The purpose? To encourage additional and improved add-ons for Firefox, of course.
It's similar in many ways to Atlassian's bounty program, which is giving away six $5,000 bounties for individual plug-ins built for Jira, Confluence, and its other software.
Bounty programs have been around for years. The Ximian team used these somewhat effectively early on at Novell (and prior to that), which was my first experience with them. Since then, the number of bounties has grown considerably within the open-source world.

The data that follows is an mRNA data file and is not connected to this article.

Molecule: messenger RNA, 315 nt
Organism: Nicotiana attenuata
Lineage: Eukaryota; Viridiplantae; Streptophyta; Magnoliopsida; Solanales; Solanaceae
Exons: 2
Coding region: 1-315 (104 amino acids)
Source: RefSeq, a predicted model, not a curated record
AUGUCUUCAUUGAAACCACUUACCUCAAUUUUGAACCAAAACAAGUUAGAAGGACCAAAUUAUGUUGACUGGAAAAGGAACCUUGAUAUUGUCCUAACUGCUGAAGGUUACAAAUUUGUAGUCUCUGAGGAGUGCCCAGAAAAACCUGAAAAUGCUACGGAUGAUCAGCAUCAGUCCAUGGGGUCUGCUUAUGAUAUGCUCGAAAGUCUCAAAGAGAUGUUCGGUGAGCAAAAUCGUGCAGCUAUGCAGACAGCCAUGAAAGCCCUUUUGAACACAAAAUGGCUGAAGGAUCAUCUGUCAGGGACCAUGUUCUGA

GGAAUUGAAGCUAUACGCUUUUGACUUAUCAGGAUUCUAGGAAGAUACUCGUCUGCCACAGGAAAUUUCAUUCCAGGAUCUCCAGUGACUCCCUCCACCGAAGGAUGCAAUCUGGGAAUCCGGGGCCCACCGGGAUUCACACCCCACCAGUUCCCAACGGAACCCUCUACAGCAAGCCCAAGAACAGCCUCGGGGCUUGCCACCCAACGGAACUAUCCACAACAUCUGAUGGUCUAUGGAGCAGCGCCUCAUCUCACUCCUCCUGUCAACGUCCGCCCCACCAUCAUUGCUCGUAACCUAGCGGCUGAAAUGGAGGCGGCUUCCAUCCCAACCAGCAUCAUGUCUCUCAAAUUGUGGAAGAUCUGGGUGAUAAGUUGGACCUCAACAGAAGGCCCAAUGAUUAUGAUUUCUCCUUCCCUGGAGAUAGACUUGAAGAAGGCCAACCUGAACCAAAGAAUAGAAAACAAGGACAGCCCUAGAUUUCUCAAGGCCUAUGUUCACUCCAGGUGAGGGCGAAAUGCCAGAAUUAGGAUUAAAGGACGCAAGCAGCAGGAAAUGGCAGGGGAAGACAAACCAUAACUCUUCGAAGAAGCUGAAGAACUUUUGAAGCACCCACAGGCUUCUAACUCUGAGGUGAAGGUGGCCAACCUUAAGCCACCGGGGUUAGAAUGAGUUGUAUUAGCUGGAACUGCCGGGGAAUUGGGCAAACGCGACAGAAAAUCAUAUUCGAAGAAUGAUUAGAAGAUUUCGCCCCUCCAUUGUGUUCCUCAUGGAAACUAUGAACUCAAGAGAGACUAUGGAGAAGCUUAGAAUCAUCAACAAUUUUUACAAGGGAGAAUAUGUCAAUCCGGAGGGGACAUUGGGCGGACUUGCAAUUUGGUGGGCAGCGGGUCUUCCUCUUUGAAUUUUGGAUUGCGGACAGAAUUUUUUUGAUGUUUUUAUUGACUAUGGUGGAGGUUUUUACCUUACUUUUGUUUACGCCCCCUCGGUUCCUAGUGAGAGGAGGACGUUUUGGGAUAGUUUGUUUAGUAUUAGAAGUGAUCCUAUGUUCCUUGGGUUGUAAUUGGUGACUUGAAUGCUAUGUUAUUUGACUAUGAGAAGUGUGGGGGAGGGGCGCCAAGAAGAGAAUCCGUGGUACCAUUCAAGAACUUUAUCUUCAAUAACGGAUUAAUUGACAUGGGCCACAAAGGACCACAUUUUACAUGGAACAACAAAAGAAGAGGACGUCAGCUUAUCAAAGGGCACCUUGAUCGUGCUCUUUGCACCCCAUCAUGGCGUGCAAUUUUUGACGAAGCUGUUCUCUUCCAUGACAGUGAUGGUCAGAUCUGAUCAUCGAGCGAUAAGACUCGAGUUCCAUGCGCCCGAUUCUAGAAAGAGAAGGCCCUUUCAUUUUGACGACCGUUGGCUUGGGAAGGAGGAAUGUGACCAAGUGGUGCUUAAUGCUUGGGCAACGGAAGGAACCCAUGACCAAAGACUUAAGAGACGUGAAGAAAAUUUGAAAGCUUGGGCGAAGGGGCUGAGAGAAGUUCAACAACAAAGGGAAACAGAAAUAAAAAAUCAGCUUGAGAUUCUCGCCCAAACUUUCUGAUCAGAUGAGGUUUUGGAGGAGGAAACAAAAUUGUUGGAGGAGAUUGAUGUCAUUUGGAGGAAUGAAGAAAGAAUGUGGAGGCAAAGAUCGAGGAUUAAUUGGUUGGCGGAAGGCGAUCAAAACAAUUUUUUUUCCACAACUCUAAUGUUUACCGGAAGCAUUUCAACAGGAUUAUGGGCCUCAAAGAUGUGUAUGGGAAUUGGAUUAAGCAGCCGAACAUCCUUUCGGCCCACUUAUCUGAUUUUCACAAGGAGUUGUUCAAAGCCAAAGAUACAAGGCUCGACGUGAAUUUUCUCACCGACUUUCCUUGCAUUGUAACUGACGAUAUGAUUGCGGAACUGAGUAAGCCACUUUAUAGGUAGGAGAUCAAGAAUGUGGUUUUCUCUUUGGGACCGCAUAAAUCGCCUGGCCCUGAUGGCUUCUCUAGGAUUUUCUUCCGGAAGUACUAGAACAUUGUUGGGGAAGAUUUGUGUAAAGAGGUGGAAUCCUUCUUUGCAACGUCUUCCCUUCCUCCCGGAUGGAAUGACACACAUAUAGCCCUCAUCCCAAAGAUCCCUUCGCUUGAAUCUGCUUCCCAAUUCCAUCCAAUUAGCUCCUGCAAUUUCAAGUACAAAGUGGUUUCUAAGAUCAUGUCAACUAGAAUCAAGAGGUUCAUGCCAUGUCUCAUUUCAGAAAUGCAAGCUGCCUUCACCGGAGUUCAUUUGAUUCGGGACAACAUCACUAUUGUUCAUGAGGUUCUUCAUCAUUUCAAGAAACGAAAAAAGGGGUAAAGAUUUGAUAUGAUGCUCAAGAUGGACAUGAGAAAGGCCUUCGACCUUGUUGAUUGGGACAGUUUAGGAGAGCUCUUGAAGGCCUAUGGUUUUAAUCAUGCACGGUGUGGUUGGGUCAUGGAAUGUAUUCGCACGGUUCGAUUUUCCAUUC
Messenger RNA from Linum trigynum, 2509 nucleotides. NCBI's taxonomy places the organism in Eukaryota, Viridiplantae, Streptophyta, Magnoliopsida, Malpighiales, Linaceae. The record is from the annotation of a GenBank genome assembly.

I personally am not a big fan of bounties because I don't think they go to the heart of why many developers write open-source code in the first place: pride of ownership, experimentation, intellectual pursuit.
But, if nothing else, they do call attention to a need: more plug-ins for Firefox and the Atlassian projects, in these cases.
It's not as if Mozilla is hurting for Firefox plug-ins. But it may be that it's trying to remind developers to update their Firefox 2 plug-ins for Firefox 3, and this offers a convenient, relatively inexpensive way to do so.